# Jensen's formula

In the mathematical field known as complex analysis, **Jensen's formula**, introduced by Johan Jensen (1899), relates the average magnitude of an analytic function on a circle with the number of its zeros inside the circle. It forms an important statement in the study of entire functions.

## The statement

Suppose that *ƒ* is an analytic function in a region in the complex plane which contains the closed disk **D** of radius *r* about the origin, *a*_{1}, *a*_{2}, ..., *a*_{n} are the zeros of *ƒ* in the interior of **D** repeated according to multiplicity, and *ƒ*(0) ≠ 0. **Jensen's formula** states that

This formula establishes a connection between the moduli of the zeros of the function *ƒ* inside the disk **D** and the average of *log |f(z)|* on the boundary circle |*z*| = *r*, and can be seen as a generalisation of the mean value property of harmonic functions. Namely, if *f* has no zeros in **D**, then Jensen's formula reduces to

which is the mean-value property of the harmonic function .

An equivalent statement of Jensen's formula that is frequently used is

where denotes the number of zeros of in the disc of radius centered at the origin.

Jensen's formula may be generalized for functions which are merely meromorphic on **D**. Namely, assume that

where *g* and *h* are analytic functions in **D** having zeros at
and
respectively, then Jensen's formula for meromorphic functions states that

Jensen's formula can be used to estimate the number of zeros of analytic function in a circle. Namely, if *f* is a function analytic in a disk of radius *R* centered at *z _{0}* and if

*|f|*is bounded by

*M*on the boundary of that disk, then the number of zeros of

*f*in a circle of radius

*r*<

*R*centered at the same point

*z*does not exceed

_{0}Jensen's formula is an important statement in the study of value distribution of entire and meromorphic functions. In particular, it is the starting point of Nevanlinna theory.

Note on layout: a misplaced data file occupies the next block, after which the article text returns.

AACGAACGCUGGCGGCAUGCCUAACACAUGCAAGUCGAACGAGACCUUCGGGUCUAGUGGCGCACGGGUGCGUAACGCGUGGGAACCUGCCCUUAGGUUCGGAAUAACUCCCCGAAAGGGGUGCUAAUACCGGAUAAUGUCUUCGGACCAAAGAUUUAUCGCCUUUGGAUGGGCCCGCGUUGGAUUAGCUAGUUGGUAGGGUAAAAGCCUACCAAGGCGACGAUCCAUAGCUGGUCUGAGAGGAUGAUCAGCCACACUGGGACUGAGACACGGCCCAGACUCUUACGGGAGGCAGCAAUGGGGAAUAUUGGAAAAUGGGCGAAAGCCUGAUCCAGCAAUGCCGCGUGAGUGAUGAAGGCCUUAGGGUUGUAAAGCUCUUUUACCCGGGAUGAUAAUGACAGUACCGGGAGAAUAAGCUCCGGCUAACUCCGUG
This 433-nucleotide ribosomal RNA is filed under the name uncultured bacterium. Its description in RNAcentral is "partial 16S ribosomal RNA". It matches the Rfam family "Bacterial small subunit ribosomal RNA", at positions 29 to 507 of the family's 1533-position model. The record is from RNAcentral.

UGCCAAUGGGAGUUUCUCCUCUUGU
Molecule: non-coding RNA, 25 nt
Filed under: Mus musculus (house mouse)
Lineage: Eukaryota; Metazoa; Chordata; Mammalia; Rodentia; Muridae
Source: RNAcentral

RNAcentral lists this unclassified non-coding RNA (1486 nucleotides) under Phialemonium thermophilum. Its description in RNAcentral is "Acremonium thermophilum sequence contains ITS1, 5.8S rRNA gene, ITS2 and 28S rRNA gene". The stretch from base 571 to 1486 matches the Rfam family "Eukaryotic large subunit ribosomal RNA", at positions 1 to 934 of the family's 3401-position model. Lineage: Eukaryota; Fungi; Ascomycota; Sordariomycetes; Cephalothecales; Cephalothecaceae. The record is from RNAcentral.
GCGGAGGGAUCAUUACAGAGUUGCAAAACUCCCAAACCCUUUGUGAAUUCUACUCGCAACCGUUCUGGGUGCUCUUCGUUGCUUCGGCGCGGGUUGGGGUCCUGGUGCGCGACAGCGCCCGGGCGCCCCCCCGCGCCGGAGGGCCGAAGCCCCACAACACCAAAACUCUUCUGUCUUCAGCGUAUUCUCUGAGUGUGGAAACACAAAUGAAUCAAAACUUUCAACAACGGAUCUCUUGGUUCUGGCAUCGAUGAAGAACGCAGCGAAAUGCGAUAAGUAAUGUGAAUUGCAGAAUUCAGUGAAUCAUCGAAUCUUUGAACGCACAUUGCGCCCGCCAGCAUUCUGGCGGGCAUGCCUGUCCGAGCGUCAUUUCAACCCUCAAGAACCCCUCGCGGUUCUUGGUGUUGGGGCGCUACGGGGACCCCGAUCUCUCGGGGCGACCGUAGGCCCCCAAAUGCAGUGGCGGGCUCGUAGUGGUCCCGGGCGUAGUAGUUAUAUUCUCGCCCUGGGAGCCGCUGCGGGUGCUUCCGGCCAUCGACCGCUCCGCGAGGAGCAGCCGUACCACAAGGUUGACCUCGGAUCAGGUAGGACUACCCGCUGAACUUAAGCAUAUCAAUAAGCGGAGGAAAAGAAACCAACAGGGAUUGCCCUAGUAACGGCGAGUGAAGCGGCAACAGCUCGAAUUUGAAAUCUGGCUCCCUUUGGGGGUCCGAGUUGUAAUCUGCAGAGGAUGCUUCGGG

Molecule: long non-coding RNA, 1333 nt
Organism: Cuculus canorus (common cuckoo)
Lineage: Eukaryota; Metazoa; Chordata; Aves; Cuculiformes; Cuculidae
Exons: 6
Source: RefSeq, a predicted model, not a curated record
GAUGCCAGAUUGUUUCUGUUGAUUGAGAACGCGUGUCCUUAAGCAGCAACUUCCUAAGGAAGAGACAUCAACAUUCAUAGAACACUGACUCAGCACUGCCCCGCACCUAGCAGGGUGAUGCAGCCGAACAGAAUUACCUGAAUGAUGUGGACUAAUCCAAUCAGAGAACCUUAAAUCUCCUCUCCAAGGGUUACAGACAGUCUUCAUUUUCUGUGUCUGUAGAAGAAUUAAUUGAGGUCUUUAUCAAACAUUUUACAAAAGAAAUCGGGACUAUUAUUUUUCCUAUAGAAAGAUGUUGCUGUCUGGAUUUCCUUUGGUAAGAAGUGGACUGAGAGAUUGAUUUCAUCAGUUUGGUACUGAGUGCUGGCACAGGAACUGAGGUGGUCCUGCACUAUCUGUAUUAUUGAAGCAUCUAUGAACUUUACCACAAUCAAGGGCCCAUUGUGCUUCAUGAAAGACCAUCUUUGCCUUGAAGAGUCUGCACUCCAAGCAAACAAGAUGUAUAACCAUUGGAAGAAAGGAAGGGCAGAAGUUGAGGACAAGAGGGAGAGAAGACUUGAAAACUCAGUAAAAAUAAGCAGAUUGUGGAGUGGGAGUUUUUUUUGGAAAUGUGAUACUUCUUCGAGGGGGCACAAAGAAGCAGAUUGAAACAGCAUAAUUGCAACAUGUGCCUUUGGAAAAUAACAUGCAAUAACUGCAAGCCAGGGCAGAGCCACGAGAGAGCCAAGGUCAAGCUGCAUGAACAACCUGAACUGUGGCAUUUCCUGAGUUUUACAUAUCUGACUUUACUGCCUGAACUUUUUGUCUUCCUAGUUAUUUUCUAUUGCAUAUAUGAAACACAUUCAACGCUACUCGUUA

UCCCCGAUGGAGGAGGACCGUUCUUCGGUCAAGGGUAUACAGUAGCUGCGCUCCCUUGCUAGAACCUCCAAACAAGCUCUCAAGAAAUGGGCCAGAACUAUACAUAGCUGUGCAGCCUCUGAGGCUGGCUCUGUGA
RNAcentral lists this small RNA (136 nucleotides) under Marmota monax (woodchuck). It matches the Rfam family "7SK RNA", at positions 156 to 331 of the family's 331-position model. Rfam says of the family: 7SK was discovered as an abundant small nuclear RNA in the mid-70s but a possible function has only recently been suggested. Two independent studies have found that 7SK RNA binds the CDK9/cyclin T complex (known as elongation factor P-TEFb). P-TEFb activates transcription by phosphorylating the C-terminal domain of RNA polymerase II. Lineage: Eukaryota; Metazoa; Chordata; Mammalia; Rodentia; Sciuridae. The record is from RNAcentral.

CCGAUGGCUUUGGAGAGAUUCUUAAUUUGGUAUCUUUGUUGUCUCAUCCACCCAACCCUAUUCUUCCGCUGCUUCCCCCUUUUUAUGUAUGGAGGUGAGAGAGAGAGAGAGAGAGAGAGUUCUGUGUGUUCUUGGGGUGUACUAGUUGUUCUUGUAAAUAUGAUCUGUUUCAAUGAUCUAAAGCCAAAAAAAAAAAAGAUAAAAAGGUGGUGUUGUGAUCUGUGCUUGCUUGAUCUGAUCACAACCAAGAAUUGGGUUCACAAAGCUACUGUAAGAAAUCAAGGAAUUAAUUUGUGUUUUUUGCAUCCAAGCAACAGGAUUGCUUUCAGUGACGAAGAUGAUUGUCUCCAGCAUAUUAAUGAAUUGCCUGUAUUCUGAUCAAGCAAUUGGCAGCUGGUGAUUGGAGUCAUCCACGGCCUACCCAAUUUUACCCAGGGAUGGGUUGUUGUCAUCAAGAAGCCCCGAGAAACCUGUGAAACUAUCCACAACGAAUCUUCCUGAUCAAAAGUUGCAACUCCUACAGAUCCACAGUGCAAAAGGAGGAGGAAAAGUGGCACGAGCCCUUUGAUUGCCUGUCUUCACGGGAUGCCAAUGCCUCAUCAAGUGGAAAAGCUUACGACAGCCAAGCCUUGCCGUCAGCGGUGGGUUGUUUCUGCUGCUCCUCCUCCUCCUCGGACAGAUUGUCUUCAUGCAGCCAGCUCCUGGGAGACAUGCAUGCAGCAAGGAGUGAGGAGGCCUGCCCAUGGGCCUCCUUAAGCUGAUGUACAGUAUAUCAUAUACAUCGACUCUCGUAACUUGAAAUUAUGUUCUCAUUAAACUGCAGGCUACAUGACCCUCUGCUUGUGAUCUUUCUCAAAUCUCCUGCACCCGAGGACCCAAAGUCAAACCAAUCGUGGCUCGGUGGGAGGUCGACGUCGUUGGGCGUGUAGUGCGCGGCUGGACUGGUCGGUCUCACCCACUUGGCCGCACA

## Poisson–Jensen formula

Jensen's formula is a consequence of the more general Poisson–Jensen formula, which in turn follows from Jensen's formula by applying a Möbius transformation to *z*. It was introduced and named by Rolf Nevanlinna. If *f* is a function which is analytic in the unit disk, with zeros *a*_{1}, *a*_{2}, ..., *a*_{n} located in the interior of the unit disk, then for every in the unit disk the **Poisson–Jensen formula** states that

Here,

is the Poisson kernel on the unit disk.
If the function *f* has no zeros in the unit disk, the Poisson-Jensen formula reduces to

which is the Poisson formula for the harmonic function .

## References

- Ahlfors, Lars V. (1979),
*Complex analysis. An introduction to the theory of analytic functions of one complex variable*, International Series in pure and applied Mathematics (3rd ed.), Düsseldorf: McGraw–Hill, ISBN 0-07-000657-1, Zbl 0395.30001 - Jensen, J. (1899), "Sur un nouvel et important théorème de la théorie des fonctions",
*Acta Mathematica*(in French),**22**(1): 359–364, doi:10.1007/BF02417878, ISSN 0001-5962, JFM 30.0364.02, MR 1554908 - Ransford, Thomas (1995),
*Potential theory in the complex plane*, London Mathematical Society Student Texts,**28**, Cambridge: Cambridge University Press, ISBN 0-521-46654-7, Zbl 0828.31001